Zelda Wind Waker blending style

I feel it would be a neat trick to get particles to render together like a single layer
what we can do is on the left, what I like is on the right - has anyone asked this before?

once assembled in a sort order (youngest first) the shader (animated per emitter) alpha’s the entire system out.

it’s outside my scope, I goofed with shaders but just trial and error…I guess if they were alpha cutout but rendered front to back in 1 pass like geo, then alpha in a second for blending? does that seem right?

Doesn’t need two passes. If you render with one pass using discard or clip() and outputting an alpha you can get this kind of effect. The main issue will be draw order. For Unity if you use sort by distance and set the material to use an alpha test queue (like 2499) it’ll sort front to back. You could also use a stencil.

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so I was at a huge loss to implementing but stealing from https://mispy.me/unity-alpha-blending-overlap/

I was able to write up with vertex color

yes depth/sorting is still tough to work out, alphaTest causes motion blur effect. weird2me

Shader "Test/Particle Union" {
 Properties {
     _MainTex ("Base (RGB)", 2D) = "white" {}
 }
 
 SubShader {
    Tags { "Queue"="Transparent" }

    Pass {
        Stencil {
            Ref 1
            Comp NotEqual
            Pass Replace

        }

         Blend One OneMinusSrcAlpha     
 
         CGPROGRAM
         #pragma vertex vert
         #pragma fragment frag
         #include "UnityCG.cginc"
         
         uniform sampler2D _MainTex;
         
         struct v2f {
             half4 pos : POSITION;
             fixed4 color : COLOR;
             half2 uv : TEXCOORD0;

         };
         
         v2f vert(appdata_full v) {
             v2f o;
             o.pos = UnityObjectToClipPos (v.vertex);
             o.color = v.color;
             half2 uv = MultiplyUV( UNITY_MATRIX_TEXTURE0, v.texcoord );
             o.uv = uv;

             return o;
         }

         half4 frag (v2f i) : COLOR {
        
         half4 color = tex2D(_MainTex, i.uv);
         if (color.a < 0.1)
                 discard;                    
         return color * i.color;
         ;

         }
         ENDCG
    }

} 
Fallback off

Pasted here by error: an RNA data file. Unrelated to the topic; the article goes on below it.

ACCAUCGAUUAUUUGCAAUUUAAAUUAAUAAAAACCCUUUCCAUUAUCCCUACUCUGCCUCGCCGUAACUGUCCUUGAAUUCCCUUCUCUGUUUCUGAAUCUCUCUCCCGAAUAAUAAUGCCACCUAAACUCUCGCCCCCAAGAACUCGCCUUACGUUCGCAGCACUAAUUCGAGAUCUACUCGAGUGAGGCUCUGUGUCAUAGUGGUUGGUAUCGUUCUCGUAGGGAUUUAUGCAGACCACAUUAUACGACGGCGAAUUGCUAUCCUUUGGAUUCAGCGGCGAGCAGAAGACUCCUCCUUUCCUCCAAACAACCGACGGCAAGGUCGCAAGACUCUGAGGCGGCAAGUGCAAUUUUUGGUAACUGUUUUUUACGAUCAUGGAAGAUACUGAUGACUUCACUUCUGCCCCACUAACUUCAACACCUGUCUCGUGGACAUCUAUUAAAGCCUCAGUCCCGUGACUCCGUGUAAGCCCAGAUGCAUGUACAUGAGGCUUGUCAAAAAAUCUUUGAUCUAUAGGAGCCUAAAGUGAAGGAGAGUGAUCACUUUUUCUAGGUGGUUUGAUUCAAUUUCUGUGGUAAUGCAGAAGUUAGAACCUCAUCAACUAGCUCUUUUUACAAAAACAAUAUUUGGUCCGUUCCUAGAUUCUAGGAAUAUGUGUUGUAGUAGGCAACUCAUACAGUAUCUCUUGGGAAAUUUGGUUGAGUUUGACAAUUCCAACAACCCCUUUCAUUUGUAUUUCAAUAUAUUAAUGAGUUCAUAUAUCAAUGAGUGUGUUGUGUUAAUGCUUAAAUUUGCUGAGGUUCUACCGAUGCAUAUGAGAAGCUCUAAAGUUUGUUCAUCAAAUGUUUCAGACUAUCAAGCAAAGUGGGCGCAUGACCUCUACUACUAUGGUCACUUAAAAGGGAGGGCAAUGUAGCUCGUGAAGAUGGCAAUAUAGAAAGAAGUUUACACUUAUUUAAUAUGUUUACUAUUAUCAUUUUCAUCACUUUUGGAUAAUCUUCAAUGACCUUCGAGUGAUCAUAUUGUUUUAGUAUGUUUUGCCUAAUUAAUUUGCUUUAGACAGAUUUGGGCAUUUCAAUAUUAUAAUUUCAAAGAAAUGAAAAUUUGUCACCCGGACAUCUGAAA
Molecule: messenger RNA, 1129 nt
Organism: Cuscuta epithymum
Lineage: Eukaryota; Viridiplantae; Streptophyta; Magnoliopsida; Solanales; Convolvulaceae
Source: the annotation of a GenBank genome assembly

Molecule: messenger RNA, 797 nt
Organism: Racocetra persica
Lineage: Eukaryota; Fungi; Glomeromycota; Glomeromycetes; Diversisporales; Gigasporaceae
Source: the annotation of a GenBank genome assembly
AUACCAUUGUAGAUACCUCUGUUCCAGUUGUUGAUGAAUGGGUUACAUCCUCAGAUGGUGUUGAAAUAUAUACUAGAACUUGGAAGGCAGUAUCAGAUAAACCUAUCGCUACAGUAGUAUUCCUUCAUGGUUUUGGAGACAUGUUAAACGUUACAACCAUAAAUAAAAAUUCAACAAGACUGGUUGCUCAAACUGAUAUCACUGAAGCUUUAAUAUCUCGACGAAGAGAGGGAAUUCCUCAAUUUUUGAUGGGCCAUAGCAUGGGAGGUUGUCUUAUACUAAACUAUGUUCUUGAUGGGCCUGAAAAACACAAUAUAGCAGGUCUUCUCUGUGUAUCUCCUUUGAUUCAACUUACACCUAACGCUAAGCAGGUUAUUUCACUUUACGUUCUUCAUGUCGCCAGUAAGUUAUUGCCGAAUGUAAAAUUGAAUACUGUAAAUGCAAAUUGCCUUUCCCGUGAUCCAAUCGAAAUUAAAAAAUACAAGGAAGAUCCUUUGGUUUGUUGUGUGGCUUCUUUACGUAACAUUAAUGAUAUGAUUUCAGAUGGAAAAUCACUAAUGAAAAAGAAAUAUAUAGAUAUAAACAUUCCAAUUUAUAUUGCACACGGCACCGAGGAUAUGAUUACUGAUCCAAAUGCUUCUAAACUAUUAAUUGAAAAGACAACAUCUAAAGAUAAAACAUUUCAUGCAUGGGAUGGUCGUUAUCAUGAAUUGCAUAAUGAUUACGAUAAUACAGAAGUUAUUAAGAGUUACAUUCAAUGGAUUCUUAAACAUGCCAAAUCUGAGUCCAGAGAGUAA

}

It looks like Unity always sorts particles as if they’re transparent, which means the single pass stencil or depth method will always be a little weird. Stencil will ensure a single “layer”, but not the correct sorting. Single pass depth won’t work at all.

However you can always do the old pre pass z write method.

Shader "Particles/Z Write Pre-Pass Alpha Blend"
{
    Properties
    {
        _MainTex ("Texture", 2D) = "white" {}
        _Cutoff ("Cutoff", Range(0,1)) = 0.5
    }
    SubShader
    {
        Tags { "Queue"="Transparent" "RenderType"="Transparent" }
        LOD 100

        Pass {
            ColorMask 0

            CGPROGRAM
            #pragma vertex vert
            #pragma fragment frag

            #include "UnityCG.cginc"

            struct v2f
            {
                float2 uv : TEXCOORD0;
                float4 vertex : SV_POSITION;
            };

            sampler2D _MainTex;
            float4 _MainTex_ST;

            fixed _Cutoff;
            
            v2f vert (appdata_full v)
            {
                v2f o;
                o.vertex = UnityObjectToClipPos(v.vertex);
                o.uv = TRANSFORM_TEX(v.texcoord, _MainTex);
                return o;
            }
            
            void frag (v2f i)
            {
                fixed4 col = tex2D(_MainTex, i.uv);
                clip(col.a - _Cutoff);
            }
            ENDCG
        }

        Pass
        {
            Blend SrcAlpha OneMinusSrcAlpha
            ZWrite Off

            CGPROGRAM
            #pragma vertex vert
            #pragma fragment frag
            #pragma multi_compile_fog
            
            #include "UnityCG.cginc"

            struct v2f
            {
                float2 uv : TEXCOORD0;
                fixed4 color : TEXCOORD1;
                UNITY_FOG_COORDS(2)
                float4 vertex : SV_POSITION;
            };

            sampler2D _MainTex;
            float4 _MainTex_ST;

            fixed _Cutoff;
            
            v2f vert (appdata_full v)
            {
                v2f o;
                o.vertex = UnityObjectToClipPos(v.vertex);
                o.uv = TRANSFORM_TEX(v.texcoord, _MainTex);
                UNITY_TRANSFER_FOG(o,o.vertex);
                o.color = v.color;
                return o;
            }
            
            fixed4 frag (v2f i) : SV_Target
            {
                fixed4 col = tex2D(_MainTex, i.uv);
                clip(col.a - _Cutoff);
                UNITY_APPLY_FOG(i.fogCoord, col);
                col.rgb *= i.color.rgb;
                col.a = i.color.a;
                return col;
            }
            ENDCG
        }
    }
}

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The big thing Nintendo has going for it with their effects is absolute control over how things are rendered. I’m pretty sure they’re using stencils to do this effect on the GCN, but for it to work properly it requires front to back opaque sorting order. Since Unity doesn’t appear to do this with particles even when using an opaque shader the order will always be off and you’re left with the two pass depth method. If you could sort front to back you could use the single pass stencil method that I suspect they used and get proper depth sorting and the single layer look.

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well it’s pretty damn great what you posted, helped me out a ton and I learned something, lot of fun throwing this together.

still having fun with this :0

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